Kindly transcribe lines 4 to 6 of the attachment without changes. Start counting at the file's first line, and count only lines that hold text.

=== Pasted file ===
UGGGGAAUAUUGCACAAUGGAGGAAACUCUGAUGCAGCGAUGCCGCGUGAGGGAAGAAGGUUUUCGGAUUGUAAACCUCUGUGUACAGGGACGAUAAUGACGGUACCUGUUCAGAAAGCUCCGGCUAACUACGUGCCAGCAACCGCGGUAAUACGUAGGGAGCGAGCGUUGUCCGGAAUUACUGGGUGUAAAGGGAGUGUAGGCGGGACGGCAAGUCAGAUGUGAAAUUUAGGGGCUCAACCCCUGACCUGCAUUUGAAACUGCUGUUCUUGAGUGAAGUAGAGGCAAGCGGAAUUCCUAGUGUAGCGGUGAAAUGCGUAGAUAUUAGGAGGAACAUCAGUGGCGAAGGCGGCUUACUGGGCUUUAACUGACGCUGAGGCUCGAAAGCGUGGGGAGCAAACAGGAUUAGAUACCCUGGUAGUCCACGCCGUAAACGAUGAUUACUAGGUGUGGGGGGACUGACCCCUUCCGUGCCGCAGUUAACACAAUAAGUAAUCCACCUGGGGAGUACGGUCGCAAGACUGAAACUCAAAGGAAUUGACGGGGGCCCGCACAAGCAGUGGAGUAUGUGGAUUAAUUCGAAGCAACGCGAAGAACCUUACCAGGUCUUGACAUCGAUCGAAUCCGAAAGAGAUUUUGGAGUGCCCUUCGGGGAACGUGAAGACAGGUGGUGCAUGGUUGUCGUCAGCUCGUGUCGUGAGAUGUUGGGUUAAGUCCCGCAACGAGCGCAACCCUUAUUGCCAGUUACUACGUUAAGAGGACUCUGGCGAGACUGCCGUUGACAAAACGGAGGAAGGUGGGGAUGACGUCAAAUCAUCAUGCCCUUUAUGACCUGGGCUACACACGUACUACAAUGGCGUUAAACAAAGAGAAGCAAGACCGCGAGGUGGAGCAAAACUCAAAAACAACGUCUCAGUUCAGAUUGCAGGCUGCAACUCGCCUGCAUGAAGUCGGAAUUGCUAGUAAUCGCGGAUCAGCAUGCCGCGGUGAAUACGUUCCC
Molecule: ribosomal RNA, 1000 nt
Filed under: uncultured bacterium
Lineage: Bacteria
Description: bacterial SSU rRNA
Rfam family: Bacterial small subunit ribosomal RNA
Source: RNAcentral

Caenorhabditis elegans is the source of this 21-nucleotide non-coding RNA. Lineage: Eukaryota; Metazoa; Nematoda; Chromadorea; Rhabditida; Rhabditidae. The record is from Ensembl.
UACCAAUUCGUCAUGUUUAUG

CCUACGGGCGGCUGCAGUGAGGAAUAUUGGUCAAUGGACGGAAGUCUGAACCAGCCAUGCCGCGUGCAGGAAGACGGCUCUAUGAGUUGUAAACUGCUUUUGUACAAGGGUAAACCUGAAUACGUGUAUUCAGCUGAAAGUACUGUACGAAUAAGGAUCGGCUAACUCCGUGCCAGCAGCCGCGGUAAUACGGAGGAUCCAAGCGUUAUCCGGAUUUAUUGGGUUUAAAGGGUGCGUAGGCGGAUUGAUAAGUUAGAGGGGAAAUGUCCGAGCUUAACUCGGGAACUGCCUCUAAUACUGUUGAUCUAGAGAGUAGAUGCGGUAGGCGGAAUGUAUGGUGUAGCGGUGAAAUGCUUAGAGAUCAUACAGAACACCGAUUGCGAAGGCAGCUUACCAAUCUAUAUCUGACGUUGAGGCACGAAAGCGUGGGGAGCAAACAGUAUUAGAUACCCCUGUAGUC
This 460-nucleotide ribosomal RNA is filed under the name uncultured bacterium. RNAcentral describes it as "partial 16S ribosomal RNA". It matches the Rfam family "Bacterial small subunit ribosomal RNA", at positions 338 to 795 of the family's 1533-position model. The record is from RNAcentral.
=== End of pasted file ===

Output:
Lineage: Bacteria
Description: bacterial SSU rRNA
Rfam family: Bacterial small subunit ribosomal RNA